Others have taken the view that the silence in Common Article 3(2) GCs with regard to consent cannot be interpreted in this manner, particularly in view of the significant infringement of territorial sovereignty that humanitarian relief operations conducted in its territory without a state’s consent would entail.

Article 18(2) AP II is more explicit on this issue, requiring the consent of ‘the High Contracting Party concerned’. While this appears to be a clear reference to the state party to a non-international armed conflict, it may be suggested that the state party to a non-international armed conflict is not “concerned” by humanitarian relief operations intended for civilians in territory under the effective control of an organised armed group. Consequently, its consent is required only if the relief operations must transit through territory under its effective control. On this view, if the territory under the effective control of an organised armed group can be reached from another country directly, the state’s consent is not required.

The majority of the experts were not persuaded by this interpretation of Article 18(2) AP II. First, the suggestion that a state is not ‘concerned’ by humanitarian relief operations taking place on its territory, even if it is in areas beyond its effective control, appears contrary to basic considerations of territorial sovereignty. Second, this interpretation would suggest that there may be circumstances where no High Contracting Party is concerned by a humanitarian relief operation, making the express reference to the consent of ‘the’ High Contracting Party in Article 18(2) AP II redundant.

In light of the silence of Common Article 3(2) GCs and of the specific reference to ‘the High Contracting Party’ in Article 18(2) AP II, the Oxford Guidance adopted a position that gave due weight to general principles of international law relating to a state’s territorial sovereignty but also to its responsibility towards the civilian population. The consent of the state in whose territory the humanitarian relief operations are intended to be conducted is always required. This state will, however, have a more limited range of grounds for withholding consent where relief is intended for civilians in territory under the effective control of organised armed groups.

Arbitrary withholding of consent

Despite the apparently absolute nature of the requirement that consent be obtained, it has been accepted that such consent may not be withheld arbitrarily. This principle prohibiting arbitrary withholding of consent is derived from (1) the need to provide an effective interpretation of the relevant treaty texts, which gives effect to all aspects of those provisions and does not render parts of them redundant; (2) the intention of those who negotiated the Additional Protocols, as reflected in the drafting history of the provisions; and (3) practice subsequent to the adoption of the Protocols. In other words, the principle prohibiting arbitrary withholding of consent to humanitarian relief operations, where the preliminary conditions for such operations to be undertaken are met, derives from the interpretation of the relevant treaty texts which best accords with Arts 31 & 32 of the Vienna Convention on the Law of Treaties dealing with treaty interpretation.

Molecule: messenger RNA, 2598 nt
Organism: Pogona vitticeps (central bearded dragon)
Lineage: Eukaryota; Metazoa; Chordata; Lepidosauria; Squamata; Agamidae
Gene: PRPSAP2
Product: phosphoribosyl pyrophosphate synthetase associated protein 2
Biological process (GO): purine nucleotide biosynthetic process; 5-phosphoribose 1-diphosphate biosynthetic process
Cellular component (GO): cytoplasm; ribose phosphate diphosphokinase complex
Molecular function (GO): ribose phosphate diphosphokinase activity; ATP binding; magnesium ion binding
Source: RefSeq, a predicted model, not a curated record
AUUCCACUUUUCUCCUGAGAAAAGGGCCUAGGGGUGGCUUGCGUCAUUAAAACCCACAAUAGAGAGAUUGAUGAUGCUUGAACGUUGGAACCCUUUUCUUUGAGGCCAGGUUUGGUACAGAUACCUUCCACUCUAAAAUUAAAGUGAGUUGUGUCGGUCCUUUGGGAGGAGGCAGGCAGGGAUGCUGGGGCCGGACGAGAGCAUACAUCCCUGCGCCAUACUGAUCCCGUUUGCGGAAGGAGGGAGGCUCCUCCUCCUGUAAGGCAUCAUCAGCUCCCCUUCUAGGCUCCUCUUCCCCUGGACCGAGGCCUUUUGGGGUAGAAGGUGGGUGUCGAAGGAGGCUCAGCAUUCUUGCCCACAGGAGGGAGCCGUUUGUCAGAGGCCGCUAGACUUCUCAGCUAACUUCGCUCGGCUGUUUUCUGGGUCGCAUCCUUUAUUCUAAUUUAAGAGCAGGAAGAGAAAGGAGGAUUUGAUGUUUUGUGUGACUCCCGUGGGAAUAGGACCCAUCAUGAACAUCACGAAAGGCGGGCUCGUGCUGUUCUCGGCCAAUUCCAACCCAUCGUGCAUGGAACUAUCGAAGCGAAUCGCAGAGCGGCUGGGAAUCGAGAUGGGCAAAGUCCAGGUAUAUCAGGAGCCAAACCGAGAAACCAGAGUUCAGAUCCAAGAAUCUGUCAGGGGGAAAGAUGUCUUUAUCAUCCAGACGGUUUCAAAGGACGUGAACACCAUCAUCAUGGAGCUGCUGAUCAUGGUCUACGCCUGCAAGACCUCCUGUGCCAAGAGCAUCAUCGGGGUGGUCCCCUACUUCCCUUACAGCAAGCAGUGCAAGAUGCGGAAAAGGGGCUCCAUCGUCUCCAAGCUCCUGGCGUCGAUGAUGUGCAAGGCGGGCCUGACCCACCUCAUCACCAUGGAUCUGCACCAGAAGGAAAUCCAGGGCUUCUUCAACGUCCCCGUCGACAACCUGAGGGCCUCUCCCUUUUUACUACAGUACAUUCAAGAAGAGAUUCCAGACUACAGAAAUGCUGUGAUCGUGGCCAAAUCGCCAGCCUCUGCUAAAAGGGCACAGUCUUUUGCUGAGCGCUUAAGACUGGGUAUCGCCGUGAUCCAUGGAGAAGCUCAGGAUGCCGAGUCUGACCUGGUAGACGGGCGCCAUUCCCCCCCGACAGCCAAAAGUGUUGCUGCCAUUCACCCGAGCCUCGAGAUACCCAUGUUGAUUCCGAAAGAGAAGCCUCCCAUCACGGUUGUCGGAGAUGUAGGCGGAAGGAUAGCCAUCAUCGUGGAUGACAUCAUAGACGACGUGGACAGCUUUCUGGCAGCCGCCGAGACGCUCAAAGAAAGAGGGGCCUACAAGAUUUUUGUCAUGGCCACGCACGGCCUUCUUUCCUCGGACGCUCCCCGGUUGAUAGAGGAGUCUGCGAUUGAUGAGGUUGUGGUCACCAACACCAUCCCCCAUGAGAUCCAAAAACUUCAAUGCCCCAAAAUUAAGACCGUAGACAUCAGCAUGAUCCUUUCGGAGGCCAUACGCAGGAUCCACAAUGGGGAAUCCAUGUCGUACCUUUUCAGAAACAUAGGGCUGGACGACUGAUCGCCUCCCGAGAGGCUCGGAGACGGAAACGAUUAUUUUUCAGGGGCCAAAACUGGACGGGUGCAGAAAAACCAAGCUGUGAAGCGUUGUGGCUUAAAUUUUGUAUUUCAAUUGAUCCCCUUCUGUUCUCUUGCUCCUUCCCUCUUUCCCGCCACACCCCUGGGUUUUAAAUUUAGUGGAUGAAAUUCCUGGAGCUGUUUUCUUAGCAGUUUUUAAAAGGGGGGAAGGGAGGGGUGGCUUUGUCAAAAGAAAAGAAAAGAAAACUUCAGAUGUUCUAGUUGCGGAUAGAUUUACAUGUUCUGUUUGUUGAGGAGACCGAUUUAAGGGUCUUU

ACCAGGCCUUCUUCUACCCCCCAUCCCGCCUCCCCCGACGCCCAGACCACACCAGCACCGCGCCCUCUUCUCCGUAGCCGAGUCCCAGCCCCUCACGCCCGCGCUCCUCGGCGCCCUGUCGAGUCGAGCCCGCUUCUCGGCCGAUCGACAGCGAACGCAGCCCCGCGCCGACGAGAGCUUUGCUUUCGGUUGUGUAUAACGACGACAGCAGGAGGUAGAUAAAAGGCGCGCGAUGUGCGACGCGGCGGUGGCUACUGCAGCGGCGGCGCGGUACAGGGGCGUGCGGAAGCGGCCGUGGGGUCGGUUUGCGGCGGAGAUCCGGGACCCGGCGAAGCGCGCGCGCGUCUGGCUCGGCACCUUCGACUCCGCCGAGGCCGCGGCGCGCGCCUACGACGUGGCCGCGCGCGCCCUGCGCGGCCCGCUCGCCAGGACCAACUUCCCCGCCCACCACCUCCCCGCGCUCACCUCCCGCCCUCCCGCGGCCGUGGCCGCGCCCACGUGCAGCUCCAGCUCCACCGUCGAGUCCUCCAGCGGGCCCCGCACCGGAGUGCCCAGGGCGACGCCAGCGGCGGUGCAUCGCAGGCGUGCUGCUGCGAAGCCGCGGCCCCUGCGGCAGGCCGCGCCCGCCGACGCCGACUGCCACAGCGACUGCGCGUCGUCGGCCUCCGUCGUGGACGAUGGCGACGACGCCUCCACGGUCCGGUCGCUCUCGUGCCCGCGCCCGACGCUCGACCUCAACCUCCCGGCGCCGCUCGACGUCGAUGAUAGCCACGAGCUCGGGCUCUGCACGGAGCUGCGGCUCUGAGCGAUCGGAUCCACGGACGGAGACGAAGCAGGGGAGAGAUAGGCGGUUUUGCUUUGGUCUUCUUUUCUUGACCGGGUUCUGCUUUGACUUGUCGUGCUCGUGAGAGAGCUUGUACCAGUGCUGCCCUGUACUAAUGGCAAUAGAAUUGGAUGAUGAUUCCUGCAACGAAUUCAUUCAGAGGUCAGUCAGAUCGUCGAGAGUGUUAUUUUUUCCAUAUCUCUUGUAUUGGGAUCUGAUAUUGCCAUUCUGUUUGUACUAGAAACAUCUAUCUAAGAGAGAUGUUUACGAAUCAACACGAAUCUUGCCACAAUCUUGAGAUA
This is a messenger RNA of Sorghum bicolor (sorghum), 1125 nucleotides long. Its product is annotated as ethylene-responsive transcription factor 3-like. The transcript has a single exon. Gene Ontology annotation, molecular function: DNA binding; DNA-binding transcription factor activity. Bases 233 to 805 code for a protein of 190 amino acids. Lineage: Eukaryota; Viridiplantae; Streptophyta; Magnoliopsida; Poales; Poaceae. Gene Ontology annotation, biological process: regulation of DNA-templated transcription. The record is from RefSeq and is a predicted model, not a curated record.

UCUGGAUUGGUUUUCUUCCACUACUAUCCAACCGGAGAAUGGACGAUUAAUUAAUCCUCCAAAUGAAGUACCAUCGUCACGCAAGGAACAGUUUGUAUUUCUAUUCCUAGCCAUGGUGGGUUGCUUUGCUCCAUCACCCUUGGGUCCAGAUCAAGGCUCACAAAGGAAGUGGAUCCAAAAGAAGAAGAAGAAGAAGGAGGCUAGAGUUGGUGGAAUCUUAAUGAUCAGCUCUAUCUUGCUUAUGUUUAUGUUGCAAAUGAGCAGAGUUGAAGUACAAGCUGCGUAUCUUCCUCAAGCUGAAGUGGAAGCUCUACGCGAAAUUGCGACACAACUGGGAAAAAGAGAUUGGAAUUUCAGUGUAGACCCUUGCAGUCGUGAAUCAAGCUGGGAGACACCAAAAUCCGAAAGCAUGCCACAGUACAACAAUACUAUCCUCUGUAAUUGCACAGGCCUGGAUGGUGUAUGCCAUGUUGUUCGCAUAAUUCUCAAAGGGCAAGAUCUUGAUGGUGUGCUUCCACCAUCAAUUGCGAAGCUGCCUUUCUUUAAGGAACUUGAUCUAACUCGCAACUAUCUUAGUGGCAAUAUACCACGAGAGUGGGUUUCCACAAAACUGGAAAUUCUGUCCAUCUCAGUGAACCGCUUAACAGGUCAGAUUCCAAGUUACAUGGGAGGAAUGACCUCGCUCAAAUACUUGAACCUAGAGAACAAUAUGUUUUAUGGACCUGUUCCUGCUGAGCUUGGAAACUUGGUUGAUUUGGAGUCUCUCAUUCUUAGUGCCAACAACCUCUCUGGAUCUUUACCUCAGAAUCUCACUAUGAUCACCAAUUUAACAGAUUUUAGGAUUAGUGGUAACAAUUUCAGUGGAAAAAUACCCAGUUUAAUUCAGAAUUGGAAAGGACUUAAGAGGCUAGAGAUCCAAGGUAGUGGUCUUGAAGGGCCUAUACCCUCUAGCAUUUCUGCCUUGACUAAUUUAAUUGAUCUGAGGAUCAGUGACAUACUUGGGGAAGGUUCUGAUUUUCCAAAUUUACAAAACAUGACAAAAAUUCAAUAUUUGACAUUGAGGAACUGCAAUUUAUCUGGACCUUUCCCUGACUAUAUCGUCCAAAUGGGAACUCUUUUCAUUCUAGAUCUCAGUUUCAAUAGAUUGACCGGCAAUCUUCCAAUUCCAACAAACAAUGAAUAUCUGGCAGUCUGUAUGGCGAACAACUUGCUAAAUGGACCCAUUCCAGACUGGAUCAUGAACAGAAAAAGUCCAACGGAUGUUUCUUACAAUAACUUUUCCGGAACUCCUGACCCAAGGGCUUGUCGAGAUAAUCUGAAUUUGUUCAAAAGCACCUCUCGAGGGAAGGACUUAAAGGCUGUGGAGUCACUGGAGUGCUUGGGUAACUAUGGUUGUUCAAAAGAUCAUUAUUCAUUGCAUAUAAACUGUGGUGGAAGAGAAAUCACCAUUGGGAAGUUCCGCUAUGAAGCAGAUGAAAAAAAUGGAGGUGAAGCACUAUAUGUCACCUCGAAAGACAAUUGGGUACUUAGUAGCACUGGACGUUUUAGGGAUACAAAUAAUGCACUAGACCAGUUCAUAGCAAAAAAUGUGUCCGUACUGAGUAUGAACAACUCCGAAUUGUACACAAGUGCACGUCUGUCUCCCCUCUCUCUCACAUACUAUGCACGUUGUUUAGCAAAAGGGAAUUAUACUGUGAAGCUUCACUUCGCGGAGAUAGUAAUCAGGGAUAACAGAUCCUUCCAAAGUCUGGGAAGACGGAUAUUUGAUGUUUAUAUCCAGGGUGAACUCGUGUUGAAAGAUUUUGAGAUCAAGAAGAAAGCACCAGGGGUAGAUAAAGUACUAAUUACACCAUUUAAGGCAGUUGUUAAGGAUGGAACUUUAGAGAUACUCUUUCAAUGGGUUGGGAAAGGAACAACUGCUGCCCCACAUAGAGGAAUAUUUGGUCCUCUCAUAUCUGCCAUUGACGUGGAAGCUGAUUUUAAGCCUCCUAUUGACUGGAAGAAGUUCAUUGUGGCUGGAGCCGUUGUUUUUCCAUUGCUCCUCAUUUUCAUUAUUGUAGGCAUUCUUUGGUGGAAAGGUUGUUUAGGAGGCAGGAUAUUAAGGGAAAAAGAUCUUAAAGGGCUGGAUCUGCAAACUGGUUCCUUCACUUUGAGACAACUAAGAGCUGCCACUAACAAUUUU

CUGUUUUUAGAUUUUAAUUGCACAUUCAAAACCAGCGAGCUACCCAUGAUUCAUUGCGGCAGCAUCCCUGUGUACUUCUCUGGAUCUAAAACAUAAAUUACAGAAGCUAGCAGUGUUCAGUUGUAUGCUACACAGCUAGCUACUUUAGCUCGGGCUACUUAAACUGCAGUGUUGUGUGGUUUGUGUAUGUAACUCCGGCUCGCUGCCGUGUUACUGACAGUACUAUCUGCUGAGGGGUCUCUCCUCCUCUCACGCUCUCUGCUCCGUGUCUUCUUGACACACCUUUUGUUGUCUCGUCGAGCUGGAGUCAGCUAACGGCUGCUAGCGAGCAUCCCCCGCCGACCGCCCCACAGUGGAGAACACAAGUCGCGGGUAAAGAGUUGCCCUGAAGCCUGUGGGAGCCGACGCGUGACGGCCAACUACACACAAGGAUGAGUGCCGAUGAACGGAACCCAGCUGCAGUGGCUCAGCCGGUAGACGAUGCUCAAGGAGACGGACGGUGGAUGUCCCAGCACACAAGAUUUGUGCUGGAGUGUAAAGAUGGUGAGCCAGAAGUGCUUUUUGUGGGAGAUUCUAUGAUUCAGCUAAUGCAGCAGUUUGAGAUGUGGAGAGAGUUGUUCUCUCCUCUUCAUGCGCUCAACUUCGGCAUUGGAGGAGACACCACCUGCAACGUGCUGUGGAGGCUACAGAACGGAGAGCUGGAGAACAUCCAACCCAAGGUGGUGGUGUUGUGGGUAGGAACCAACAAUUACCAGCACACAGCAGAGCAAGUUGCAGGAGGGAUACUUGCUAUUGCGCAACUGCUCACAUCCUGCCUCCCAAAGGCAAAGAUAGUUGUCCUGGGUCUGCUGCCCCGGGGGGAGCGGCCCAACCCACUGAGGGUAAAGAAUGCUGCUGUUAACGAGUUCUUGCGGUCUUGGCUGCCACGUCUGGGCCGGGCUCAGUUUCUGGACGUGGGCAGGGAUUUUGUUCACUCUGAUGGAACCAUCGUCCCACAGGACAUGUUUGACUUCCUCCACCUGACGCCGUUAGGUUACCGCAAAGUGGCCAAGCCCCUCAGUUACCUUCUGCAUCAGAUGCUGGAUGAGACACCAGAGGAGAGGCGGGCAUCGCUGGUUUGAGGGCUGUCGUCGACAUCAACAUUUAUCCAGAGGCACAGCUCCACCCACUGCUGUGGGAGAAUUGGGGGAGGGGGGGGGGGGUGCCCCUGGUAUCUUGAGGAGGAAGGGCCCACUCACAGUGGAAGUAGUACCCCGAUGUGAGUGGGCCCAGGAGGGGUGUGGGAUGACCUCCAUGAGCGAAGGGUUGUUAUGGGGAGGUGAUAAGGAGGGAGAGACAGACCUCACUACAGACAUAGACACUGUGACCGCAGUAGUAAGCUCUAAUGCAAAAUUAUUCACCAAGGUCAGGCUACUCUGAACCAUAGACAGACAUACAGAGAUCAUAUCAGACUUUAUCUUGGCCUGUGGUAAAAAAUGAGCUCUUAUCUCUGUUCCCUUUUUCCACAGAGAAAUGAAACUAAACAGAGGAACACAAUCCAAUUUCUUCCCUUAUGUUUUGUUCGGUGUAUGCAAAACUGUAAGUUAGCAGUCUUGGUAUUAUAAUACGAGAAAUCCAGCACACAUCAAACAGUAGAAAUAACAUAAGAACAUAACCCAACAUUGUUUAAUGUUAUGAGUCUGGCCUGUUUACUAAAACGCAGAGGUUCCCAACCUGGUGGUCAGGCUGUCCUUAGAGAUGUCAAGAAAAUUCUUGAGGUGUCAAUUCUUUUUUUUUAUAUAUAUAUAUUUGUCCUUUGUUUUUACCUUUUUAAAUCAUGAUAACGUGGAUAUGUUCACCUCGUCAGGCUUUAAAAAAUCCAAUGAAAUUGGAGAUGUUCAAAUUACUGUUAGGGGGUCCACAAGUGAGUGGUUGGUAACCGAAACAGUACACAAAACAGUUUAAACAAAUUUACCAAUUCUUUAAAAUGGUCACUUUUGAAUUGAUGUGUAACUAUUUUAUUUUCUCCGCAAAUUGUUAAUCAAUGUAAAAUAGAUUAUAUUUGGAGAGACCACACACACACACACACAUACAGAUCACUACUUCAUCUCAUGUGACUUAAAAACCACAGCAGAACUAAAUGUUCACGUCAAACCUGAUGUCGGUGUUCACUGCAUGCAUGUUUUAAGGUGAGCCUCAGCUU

Although there is widespread acceptance of the principle that consent to humanitarian relief operations must not be arbitrarily withheld, (see for example the ICRC’s 2016 Commentary to Art. 3 the First Geneva Convention, paras. 832-839 & the Institut de Droit International’s 2003 Resolution on Humanitarian Assistance, Art. VIII) there is little clarity as to what constitutes arbitrary withholding of consent. There is no definition or guidance in any treaty and, to date, the precise meaning of the concept has not been addressed by any international or national tribunal, human rights mechanism or fact-finding body.

As we explain more fully in an article that has just been published [“Arbitrary Witholding of Consent to Humanitarian Relief Operations in Armed Conflict”, 92 Int’l Law Studies 383 (2016)], the notion of arbitrariness has a wide meaning in international law. While there is no single or all-encompassing definition, international humanitarian law, international human rights law and general principles of public international law provide guidance on the type of conduct that would justify the conclusion that an actor is acting arbitrarily in withholding of consent to humanitarian relief operations.

The Oxford Guidance, in its Section E, identifies three ‘headings’ of arbitrariness. Consent is withheld arbitrarily if: